Is it possible to quickly ( 72 hrs ) Increase your Credit Score ?

By Trevor Weir

Apparently there is a way to increase your credit score and it is probably not what you think it is. When asked this question randomly at a college, most students reported that the way to increase you credit score was to pay off your bills every month and on time. Some home owners said that the way to do so was to pay your mortgage on time and try to remove bad references from your credit records.

So, the question is, Can the credit card score be improved and most people would answer simply pay your bills on time and there should be nothing to worry about. Everyone it seems has an opinion on this. Some said that constantly asking the credit agency to respond to specified issues in your report within a period of time specified by law could or might result in the credit agency making a mistake and the issue in question being cleared - largely based on a technicality. Enough people mentioned this tactic, so it appears that as unorthodox as this method may seem, there may be some validity in some jurisdictions.

The underlying thought process that most people have when confronted with this question is pay your bills on time and your credit rating will be great. But is this really true? We are going to call this myth number 1. So, let's look at myth number 1. Loan institutions love people who pay off their bills on time every month. Ok, so I see huge bank profit in that model, right? If this were truly the case, how would a loan institution make any money? ha ha Loan institutions love people who maintain a balance that they can get charged interest on. And that's the truth.

Ok, Question number 2. Big borrowers who are simply big borrowers are simply loved by the banks. Is this really true ? If this were the case, people who couldn't repay loans would get huge amounts of credit and constantly end up in repayment problems. Anyway, if I am wrong on this one, I would be the second in the line chasing you to the nearest bank for a mega loan. I have had my eye on some New York Prime Property for a while now. But this isn't true is it? So perhaps this is not the answer either.

Perhaps the answer lies somewhere in between. Loan institutions love clients who pay something on their bills each month ( preferably just the interest and a little more ) and whom appear to have the ongoing ability to manage/to pay down on the debt load. I.e. Fifty thousand in available personal credit, 22,000 used already.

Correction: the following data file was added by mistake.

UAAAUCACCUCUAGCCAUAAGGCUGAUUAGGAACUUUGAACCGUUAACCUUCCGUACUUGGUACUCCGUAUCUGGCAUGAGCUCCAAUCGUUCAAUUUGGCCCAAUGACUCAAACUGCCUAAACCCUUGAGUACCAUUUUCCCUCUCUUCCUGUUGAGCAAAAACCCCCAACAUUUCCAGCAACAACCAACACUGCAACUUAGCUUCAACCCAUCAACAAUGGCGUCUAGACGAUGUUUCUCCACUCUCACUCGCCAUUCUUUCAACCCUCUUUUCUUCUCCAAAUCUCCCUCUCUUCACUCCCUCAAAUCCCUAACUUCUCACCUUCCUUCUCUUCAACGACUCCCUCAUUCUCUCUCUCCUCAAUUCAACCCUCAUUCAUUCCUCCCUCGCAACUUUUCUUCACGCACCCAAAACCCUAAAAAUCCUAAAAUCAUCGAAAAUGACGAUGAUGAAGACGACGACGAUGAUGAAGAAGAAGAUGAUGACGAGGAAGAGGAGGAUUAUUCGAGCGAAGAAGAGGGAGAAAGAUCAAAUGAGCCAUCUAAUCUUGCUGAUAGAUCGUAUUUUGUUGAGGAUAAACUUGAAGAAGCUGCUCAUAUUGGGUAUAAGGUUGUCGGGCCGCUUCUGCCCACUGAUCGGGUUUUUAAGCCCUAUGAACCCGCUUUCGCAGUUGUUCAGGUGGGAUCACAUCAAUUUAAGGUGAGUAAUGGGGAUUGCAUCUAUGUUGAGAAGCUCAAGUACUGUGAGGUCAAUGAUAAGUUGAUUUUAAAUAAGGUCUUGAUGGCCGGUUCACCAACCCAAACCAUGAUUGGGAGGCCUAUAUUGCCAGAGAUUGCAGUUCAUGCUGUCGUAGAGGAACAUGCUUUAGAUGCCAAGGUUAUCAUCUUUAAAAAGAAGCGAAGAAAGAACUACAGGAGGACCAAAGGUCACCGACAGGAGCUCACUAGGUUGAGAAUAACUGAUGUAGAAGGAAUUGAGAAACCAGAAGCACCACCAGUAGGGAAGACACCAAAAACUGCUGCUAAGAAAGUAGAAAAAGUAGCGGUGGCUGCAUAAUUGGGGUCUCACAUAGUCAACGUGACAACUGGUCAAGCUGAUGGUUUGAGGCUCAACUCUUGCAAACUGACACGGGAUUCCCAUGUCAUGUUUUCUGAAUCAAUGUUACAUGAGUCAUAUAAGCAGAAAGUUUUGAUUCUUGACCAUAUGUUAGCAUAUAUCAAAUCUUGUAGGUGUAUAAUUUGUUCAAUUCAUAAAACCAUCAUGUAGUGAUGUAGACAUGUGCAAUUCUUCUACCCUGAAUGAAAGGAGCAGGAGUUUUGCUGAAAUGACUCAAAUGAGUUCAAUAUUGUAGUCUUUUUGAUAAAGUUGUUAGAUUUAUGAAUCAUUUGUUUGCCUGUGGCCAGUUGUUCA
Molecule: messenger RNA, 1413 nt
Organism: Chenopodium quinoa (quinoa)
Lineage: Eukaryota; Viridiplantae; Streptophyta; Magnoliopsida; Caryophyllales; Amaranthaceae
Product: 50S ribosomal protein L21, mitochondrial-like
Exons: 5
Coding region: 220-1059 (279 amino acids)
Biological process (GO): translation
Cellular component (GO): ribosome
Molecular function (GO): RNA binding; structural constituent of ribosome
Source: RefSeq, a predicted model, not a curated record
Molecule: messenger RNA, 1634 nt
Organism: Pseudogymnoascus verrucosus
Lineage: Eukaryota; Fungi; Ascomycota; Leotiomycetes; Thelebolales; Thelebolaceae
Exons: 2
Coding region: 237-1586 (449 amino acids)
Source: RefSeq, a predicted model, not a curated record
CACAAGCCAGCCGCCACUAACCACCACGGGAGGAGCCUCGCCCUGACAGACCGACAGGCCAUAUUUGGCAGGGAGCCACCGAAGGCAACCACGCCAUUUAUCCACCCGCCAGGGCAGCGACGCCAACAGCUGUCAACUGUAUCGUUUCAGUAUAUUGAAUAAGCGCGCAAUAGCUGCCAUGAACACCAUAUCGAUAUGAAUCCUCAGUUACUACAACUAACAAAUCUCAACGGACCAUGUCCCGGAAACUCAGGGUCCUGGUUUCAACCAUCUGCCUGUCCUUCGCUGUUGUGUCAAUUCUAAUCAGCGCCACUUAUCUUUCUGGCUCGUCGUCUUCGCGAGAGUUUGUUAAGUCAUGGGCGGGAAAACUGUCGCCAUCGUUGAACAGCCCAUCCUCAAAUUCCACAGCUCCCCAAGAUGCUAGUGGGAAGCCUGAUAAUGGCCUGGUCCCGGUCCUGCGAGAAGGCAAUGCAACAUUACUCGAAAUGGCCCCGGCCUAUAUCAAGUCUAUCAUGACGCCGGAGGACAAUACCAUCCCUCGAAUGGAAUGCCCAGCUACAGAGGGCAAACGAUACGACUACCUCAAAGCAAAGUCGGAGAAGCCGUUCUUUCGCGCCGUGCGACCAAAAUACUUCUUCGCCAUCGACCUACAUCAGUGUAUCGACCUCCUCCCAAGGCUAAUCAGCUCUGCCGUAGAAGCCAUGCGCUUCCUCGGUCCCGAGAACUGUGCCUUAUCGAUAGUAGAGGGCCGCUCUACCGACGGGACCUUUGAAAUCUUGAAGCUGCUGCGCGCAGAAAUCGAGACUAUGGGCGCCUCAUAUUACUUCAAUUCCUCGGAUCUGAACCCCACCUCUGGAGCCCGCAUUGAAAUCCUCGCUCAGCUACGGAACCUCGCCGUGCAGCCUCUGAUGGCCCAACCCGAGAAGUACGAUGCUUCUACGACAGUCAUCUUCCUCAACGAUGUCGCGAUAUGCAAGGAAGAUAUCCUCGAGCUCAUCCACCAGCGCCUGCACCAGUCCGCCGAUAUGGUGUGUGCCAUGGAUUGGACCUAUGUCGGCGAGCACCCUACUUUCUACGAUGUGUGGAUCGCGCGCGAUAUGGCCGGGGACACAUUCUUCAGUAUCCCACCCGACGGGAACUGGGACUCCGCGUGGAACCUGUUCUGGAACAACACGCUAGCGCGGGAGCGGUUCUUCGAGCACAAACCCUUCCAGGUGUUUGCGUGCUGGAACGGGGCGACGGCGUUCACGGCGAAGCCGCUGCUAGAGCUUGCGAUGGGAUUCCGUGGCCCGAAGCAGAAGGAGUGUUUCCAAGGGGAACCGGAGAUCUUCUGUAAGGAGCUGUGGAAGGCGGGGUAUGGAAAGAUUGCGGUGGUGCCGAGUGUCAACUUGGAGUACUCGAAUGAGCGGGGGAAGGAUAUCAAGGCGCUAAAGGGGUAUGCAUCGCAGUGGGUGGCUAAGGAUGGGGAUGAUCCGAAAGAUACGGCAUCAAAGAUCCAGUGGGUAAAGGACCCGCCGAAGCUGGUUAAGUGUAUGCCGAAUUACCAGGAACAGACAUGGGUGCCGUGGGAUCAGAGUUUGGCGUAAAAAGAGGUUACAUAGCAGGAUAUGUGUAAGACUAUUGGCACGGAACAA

The keyword phrase "ongoing ability to pay " is why some older retired persons with otherwise good credit may sometimes have difficulty refinancing longer term loans. Existing verifiable income is one of the underlying basis for credit that requires repayment. I think pension checks are income but for some reason lenders don't rate those quite so highly.

So from what we have seen here, the best Candidate is not just someone who has no defaults on their credit rating, such a person may get to 650 on the credit score but may not be able to get a credit score of 800 or more. It is expected that most people who have been working on improving their credit scores will have few defaults though not many. So the key issue for those looking to increase their credit scores from 600 to 800 leans more towards something else.

That something else is the debt ratio. The key issue for getting credit card ratings above 6-700 is the debt/credit ratio.

The absolute best candidate is someone with a credit to debt ratio which is not only low, meaning they have room to increase it, but someone who also has shown the long term ability to handle an ongoing balance - note that means not necessarily paying it off every month. Watch the video and learn not only what the bank wants to see, but how you can in the next few days influence positively your credit score. Once you understand the math, you are golden. - 31382

About the Author:

Sign Up for our Free Newsletter

Enter email address here